Tag: Education News
In the spirit of the NCAA college basketball tournament, ESPN aired a documentary on the bittersweet careers of University of Michigan’s “Fab Five.” During the documentary, former Michigan star, and current Huffington Post contributor, Jalen Rose expressed his feelings about his team’s rivalry with Duke when he said, “For me Duke was personal. I hated Duke and I hated everything I felt Duke stood for. Schools like Duke didn’t recruit players like me. I felt like they only recruited black players that were Uncle Toms.” Rose’s comments became fodder for those looking to emphasize the growing income and education gap amongst African-Americans (continue reading…)
If you believe our nation is basically sound, and if you believe fairness and opportunity are still universally available in America, I urge you not to watch a movie called Waiting For Superman. If you have any conscience at all, it will break your heart.
You will see the desperate decline and potential collapse of our public school system, considered by Thomas Jefferson to be absolutely essential to the survival of the American Republic. For the decline of public education is not merely an economic issue of competition with the Chinese. It is a moral issue at the core of what a nation with a heart owes its children and future generations.
In this movie you will see teachers failing to teach and students failing to learn (continue reading…)
If you don’t have the luxury of watching student media all day, you might be operating under the misapprehension that bad journalism is what gets a student newspaper shut down. In fact, the opposite is true: most student reporters earn enemies in their administration by asking hard questions about important issues and telling the truth of what happened. In America’s schools, retaliatory censorship for good journalism is on the menu as frequently as cafeteria pizza.
And yet, even by that standard, what Principal Leon Lundie is attempting to do at Aurora, Colorado’s Overland High School is a travesty (continue reading…)
Are multiplication tables more important than our children’s health? Virginia Governor Robert McDonnell seems to think so. He vetoed a bill yesterday that would have required all elementary and middle school students in Virginia to participate in 150 minutes of physical activity a week, in addition to recess.
McDonnell says the bill is an “unfunded mandate,” according to The Washington Post, citing concerns about the cost of implementation. Other opponents worry about placing the burden of solving our country’s childhood obesity crisis on our public schools.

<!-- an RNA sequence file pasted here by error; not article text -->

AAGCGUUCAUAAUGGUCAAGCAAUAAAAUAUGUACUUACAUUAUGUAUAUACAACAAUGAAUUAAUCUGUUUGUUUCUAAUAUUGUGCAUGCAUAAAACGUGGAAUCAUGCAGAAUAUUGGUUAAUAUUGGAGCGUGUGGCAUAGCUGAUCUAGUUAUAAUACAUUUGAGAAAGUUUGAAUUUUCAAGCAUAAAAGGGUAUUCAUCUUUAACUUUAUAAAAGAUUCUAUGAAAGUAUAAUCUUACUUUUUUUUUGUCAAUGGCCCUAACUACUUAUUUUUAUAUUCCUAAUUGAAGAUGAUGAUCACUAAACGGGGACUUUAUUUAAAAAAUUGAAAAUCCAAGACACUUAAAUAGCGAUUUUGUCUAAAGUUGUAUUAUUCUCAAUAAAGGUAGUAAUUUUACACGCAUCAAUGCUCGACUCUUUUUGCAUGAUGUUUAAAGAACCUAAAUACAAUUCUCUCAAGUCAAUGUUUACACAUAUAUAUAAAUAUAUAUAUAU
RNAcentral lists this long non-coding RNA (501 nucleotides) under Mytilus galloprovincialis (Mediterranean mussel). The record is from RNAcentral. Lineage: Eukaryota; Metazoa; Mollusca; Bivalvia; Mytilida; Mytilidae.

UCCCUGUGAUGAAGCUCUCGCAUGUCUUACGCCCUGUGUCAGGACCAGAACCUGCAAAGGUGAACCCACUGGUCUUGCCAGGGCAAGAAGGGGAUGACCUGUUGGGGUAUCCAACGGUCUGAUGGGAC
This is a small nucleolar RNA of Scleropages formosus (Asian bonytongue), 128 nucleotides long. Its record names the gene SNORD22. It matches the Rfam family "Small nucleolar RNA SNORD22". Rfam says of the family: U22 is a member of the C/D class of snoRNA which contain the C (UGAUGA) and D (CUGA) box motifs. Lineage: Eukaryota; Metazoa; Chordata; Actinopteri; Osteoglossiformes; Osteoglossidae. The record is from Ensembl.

While these concerns are understandable, they don’t justify a veto (continue reading…)
What do op-eds, Squawk Box, and SimCity have in common? The are all examples of models–simplified systems that help us understand the world–mental models, financial models, and sociopolitical models.
I don’t read newspapers anymore. I glance at headlines, but head straight for the last page of several papers to read the opinion pieces. I find that I get enough of a news feed through my iGoogle page, mobile news, TV, and NPR (continue reading…)
Recently I’ve taken a hard look at the advice we give to kids who are being bullied and challenged all of us who work on this issue to do better. Now I want to question the common advice we give bystanders. This is critical for two reasons; we rarely admit the complex role bystanders play in bullying and I’ve never seen us publicly acknowledge that often the reason bystanders don’t come forward is because they don’t have confidence in the adults to do what’s right.
Being a bystander:
It’s not like any of us look forward to the opportunity of confronting a bully, as we saw in the recent Dateline special. Ironically, it can often be harder to confront a bully we’re close to than someone we don’t know or don’t like (continue reading…)
In what is most likely a sign of things to come in next year’s election, three Republican presidential candidates, albeit fringe candidates at the moment, ripped public schools during a homeschoolers convention in Des Moines Wednesday.
The Tea Party darlings threw red meat to a receptive crowd, which ate it up.
Rep. Michele Bachmann of Minnesota noted that she homeschooled her five children and was not allowed to home school 23 foster children, thanks to the evil government.
Herman Cain, former Godfather’s Pizza CEO, said, “That’s all we want is for government to get out of the way so we can educate ourselves and our children the old-fashioned way.”
And then there’s Ron Paul.
Texas Congressman Ron Paul told the crowd government wants “absolute control” of the “indoctrination” of children.
“The public school system now is a propaganda machine,” Paul said, prompting applause from the crowd of hundreds of home schooling families. “They start with our kids even in kindergarten, teaching them about family values, sexual education, gun rights, environmentalism — and they condition them to believe in so much which is totally un-American.”
I don’t know what public schools Paul has been around, but the ones I have been around for the past half-century as a student, newspaper reporter, and teacher have generally been reflective of the community. Most teachers go to church, shop at Wal-Mart and Target, and spend almost no time thinking about how they can increase the level of indoctrination of the apparently empty vessels that fill their classrooms.
The teacher in the room next door to mine even listens to Rush Limbaugh every day during his lunch hour (continue reading…)
The prevailing notion, at least nationally, is that Detroit is a lost cause. Families have been moving out of Detroit (and Michigan more generally) for years, one of the country’s preeminent research universities continues to lose graduates to big cities, a recent New York Times article about Detroit highlighted the failed attempt to reform the city’s education system, yet again, and the news from Lansing and Governor Rick Snyder isn’t making too many folks excited about the future. Ugh.
The organization I co-founded, The Generation Project, connects passionate community members with high-need public schools through a unique, web-based giving platform that allows donors to specify exactly how they’d like their donation to be used. Of the six geographic regions where we operate, Detroit is the region in greatest need (continue reading…)